October 18, 2005

Columbus & the Exit, Continued

My previous post on Columbus, the Exit, and the Forge of Modernity generated a substantial number of thougtful and intelligent comments, along with the usual idiotarians. Several of the former class of comments deserve a longer discussion that my relatively brief reply in the comment section, and deserve a more prominent display. As a start, you wwill find below the comments of Tom Billings, and some further thoughts from me.

Tom Billings said:

I too, found the article interesting, especially for its willingness to attribute multiple causes to the starting of the continuing industrial revolution. I would like to suggest that the (relatively) non-coerced labor situation developed by Northern European states also went hand in hand with other incrementally developed elements, that are equally important. As in labor, they involved relative lacks of coercion in regards human actions to build and maintain the highly productive networks of continuing industrial revolution. Rather than using the term "Exit", however, I would use the term 'phase transition', since I believe that incremental change reached a non-linear takeoff point for societies and for the world.


In particular, there was greater freedom of action developing in spiritual activities, intellectual activities, market activities, political activities, and finally physical activities. Each of these have crucial roles to play in building the worldwide networks that have multiplied productivity in industrial societies.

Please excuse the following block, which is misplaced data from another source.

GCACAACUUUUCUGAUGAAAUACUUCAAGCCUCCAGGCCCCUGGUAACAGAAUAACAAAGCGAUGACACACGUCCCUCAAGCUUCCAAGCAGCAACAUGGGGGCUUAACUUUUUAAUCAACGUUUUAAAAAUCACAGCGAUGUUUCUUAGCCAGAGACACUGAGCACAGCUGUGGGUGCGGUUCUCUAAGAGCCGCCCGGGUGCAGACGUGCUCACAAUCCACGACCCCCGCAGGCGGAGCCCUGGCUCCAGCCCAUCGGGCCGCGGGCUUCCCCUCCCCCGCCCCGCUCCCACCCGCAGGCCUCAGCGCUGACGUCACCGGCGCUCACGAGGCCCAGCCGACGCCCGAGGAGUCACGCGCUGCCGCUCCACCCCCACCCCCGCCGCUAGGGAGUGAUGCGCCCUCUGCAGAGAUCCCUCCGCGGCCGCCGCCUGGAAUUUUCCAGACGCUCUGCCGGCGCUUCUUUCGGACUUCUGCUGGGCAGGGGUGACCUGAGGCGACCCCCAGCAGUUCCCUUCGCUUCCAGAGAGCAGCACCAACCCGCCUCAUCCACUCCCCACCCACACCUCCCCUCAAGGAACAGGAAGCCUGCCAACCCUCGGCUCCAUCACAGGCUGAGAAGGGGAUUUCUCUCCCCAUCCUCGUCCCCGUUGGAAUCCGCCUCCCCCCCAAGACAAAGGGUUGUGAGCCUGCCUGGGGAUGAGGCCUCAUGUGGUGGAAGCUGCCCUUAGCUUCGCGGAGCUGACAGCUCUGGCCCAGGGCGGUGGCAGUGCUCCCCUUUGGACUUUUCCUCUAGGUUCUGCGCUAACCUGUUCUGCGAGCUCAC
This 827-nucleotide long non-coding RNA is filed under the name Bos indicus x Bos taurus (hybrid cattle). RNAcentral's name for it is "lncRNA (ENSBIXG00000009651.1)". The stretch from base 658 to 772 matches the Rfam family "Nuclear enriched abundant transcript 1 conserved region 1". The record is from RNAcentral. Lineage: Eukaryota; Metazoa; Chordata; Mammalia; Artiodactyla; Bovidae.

The physical freedom, to change the human environment to fit human needs may be an obvious component, but it needs to be stated. Take it away, and most of the wealth of the industrial revolution disappears. The political freedoms needed to shield (however imperfectly) generated wealth from the twin evils of corruption and confiscatory taxation are also a requirement that is again proving essential. After the collapse of the USSR, most people now admit that market freedoms to build market networks of exchange of value are vital to industrial societies. The intellectual freedoms needed to allow networks exchanging new ideas around the world have been crucial to the advance of both science and technology, as well as markets and politics. Finally, without the spiritual freedom to turn the mind's attention to the subtlest things each individual can perceive at any one time, and the freedom to exchange information about that process, the drift to coarser and coarser levels of attention and action could well negate any of the above advances over what the agrarian world achieved.


Each of these categories of freedom of action was developing between 1500 and 1750 in Europe, to different amounts at different levels of action in different places. It was in Britain that the combination of these freedoms of action finally passed a 'phase transition' point, IMHO, about 1750, lossening the more rigid patterns of the old agrarian world almost as dramatically as the melting of ice to liquid water frees up a flow by several orders of magnitude. Yes, ice flows, but slowly. Yes, agrarian society could generate new ideas, wealth, and technology, but very slowly, compared to industrial society.


Lastly, a word about geography and the development of these freedoms in Britain before they appeared elsewhere in a sufficient combination needed for the industrial revolution. While the combination of naval trade and warfare did allow Britain's stability throughout the 18th and 19th centuries to hothouse such freedoms(at least within Britain itself), there is new information that applies to that.